Tag Archives: antelope

Nature Boy takes a drive

Work sent me across the state to do a project in Idaho Falls. I went in for the morning shift, then hit the road about noon. I wanted to get here before dark and potentially rush hour.

Not that IF is such a frightening place, but I’m not overly familiar with it. I elected to cut across the desert. There is a freeway option, but it’s quite a bit longer.

I saw antelope all around Fairview, which is pretty normal. It’s also big game migration time, and I expected a few deer. The deer didn’t show. What did show was a badger out in a stubble field. He was booking along, trying to get to his burrow somewhere.

I was fairly content with seeing something unusual, but then I got near Sun Valley. My highway crosses the one up into SV. There is a stop sign, and usually quite a bit of traffic.

Drivers were starting to accordion as they approached the intersection, and I may have slowed down a bit too much. I think I irritated the guy behind me. My reasoning was the herd of six elk that just crossed the road. Five cows and a six-point bull directing where they went. I don’t think he even saw them, and they were standing in short grass as we drove by.

I wanted pictures of all this stuff, but the traffic never cooperated with me. I know how to call a badger back up from his hole, and have done it many times. I have some beautiful photos from back in my 35mm days. I just didn’t have 30 minutes to spare. This is a work trip, and I really didn’t want to get here in the dark.

Nature wasn’t finished with me, though. About two miles past the intersection, there were two raccoons grabbing for something out in a stubble field. You don’t normally see them out in broad daylight. I slowed to see if there was a parking area, but there wasn’t. I don’t know if it was grain, or some kind of bug that brought them out, but it was cool to see.

I turned back toward my drive, and a rooster pheasant stepped right in front of the car. It didn’t end well for the pheasant. I heard the thump. I never saw him in my rear-view mirror, so drove to the nearby chain-up area. Once around the car, and no sign of him. This isn’t my truck, it’s a small state vehicle, so I was a bit concerned about cracking a headlight, or damaging the grill. No damage at all.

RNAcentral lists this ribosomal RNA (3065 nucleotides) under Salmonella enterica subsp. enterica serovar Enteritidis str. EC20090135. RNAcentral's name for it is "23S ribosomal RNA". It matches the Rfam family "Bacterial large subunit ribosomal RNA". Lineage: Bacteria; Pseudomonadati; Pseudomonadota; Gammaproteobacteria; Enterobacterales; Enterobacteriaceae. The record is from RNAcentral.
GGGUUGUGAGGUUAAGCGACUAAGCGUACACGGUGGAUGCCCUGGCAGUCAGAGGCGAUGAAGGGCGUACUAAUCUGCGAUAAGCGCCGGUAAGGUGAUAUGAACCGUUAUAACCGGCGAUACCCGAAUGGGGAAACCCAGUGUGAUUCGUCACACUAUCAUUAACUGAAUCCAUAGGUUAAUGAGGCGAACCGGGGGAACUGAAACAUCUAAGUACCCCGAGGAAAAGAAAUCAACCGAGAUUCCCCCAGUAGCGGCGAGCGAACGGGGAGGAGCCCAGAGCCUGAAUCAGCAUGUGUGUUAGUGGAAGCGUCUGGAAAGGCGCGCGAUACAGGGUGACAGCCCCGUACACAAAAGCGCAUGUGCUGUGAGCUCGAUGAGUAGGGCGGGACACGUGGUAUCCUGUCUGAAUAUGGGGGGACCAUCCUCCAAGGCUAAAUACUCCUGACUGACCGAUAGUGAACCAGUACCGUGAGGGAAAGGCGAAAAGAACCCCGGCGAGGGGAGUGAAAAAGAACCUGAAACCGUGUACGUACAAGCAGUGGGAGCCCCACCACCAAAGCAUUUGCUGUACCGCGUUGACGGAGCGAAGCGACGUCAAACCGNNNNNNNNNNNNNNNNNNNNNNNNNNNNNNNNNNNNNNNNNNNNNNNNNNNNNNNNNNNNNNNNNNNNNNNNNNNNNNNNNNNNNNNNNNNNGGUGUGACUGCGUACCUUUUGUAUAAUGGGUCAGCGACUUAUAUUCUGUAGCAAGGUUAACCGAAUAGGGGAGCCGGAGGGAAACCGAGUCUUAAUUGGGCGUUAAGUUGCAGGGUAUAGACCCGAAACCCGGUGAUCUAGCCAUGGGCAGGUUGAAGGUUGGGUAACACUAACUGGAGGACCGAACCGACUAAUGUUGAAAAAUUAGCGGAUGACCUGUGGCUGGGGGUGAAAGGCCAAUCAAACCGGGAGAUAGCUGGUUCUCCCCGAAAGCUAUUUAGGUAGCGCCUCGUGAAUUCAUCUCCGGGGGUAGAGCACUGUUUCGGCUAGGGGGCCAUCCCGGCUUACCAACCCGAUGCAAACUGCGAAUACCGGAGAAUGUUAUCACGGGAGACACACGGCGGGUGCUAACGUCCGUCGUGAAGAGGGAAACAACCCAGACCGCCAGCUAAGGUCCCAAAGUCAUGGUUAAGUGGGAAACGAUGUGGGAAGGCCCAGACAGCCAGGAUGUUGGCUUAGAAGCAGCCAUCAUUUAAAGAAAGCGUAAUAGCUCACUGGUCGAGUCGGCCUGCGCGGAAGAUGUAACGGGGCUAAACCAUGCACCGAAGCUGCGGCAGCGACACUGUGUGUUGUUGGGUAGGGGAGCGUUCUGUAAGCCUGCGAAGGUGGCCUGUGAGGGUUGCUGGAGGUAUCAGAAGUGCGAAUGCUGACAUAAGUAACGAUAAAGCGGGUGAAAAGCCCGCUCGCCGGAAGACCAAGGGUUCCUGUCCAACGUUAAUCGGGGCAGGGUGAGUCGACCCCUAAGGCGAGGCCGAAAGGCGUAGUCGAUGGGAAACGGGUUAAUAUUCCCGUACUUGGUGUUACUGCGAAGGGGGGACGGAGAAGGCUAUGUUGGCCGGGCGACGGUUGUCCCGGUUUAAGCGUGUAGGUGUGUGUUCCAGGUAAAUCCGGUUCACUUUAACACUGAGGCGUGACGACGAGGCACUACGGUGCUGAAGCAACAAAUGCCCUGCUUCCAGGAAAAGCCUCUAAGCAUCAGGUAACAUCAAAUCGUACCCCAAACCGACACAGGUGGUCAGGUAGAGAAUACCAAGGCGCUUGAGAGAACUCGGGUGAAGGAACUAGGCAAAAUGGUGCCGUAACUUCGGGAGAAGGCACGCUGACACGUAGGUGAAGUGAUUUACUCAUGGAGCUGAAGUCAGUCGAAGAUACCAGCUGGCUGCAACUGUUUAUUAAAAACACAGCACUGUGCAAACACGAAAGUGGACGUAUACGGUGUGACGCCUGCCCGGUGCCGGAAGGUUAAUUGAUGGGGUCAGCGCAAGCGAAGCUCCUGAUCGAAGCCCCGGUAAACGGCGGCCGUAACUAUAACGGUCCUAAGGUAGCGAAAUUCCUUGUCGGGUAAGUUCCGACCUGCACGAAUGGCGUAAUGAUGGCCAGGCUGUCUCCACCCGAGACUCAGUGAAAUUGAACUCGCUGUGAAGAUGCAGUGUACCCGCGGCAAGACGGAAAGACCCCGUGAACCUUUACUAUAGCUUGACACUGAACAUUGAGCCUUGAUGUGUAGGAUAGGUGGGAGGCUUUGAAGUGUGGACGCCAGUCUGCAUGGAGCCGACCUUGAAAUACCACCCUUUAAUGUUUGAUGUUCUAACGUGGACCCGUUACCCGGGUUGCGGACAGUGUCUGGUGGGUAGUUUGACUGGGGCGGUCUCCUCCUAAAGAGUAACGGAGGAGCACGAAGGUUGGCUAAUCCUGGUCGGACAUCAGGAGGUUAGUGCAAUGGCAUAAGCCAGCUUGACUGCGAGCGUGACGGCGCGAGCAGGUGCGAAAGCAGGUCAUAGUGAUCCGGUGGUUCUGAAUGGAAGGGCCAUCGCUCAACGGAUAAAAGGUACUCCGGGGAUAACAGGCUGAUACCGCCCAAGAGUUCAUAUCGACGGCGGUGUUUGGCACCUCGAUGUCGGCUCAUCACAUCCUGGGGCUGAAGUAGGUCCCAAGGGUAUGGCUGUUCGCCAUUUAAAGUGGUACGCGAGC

I cruised through Craters of the Moon, and enjoyed the scenery, but the wildlife had called it a day. Other than one last herd of antelope near Arco, that was it.

It was a fun day, but I didn’t get any pictures. I may have had my best chance with the raccoons, but the pheasant threw me off my game. (Raccoons aren’t known for a rapid retreat.)

I need to surf through a couple of websites, then I may add some new words to my side project. Goodnight everyone.

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Meandering

We went for a country drive today. This time we turned the other way at Moran Junction and went over to Dubois. The idea was to get lunch there, but my wife didn't find anyplace that looked clean enough.

We saw buffalo, antelope, and elk in abundance. There were even a few mule deer around. None of them were close enough to photograph, and we didn't take the time for a long stalk. Buffalo can be dangerous too, and an iPhone isn't much protection.

We never saw a moose. They took quite a pounding in the Yellowstone fire from years ago. There have been enough years in between for a reasonable comeback, but something else came back too. I wonder if the wolves impeded the return of the moose.

I've been through Yellowstone many many times. You used to see a moose around every bend in the road. We never got inside Yellowstone, but we saw plenty of decent moose bogs. Not a moose in sight.

My wife is running our stuff through the laundry right now. I'm helping her out by drinking a beer and watching the warmup to the Kentucky Derby.

Tomorrow it's a long drive to get home. It's been a relaxing weekend with no agenda. Most of my trips have scheduled things to do, but not this time. Next week will be crazy at work, but I might be ready for it.

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My High Desert Trip

I just got back from the high deserts of Northern Nevada. I was going to brush this off without a post, because it’s a controversial topic to some people. My mother drew a buck antelope permit in the lottery system, and I wanted to help her get one. This is a uniquely American animal, and is not one of the true antelopes found in other parts of the world.

I won’t post images of dead animals, like so many other people would. I want to talk about this a bit, and it’s my blog after all. There is a subtle writing lesson in here if you pay attention.

My parents told me where they were going to camp and since I grew up in this area, I decided to meet them in the field. When I got there, they were already out hunting. I had about four hours to myself with no wifi or phone service, and two locked campers. I found hundreds of mushrooms including one of the deadly amanitas. There were tons of nice looking boletes, but I only eat mushrooms I can positively identify. I took these photos to give you an idea of what it looks like.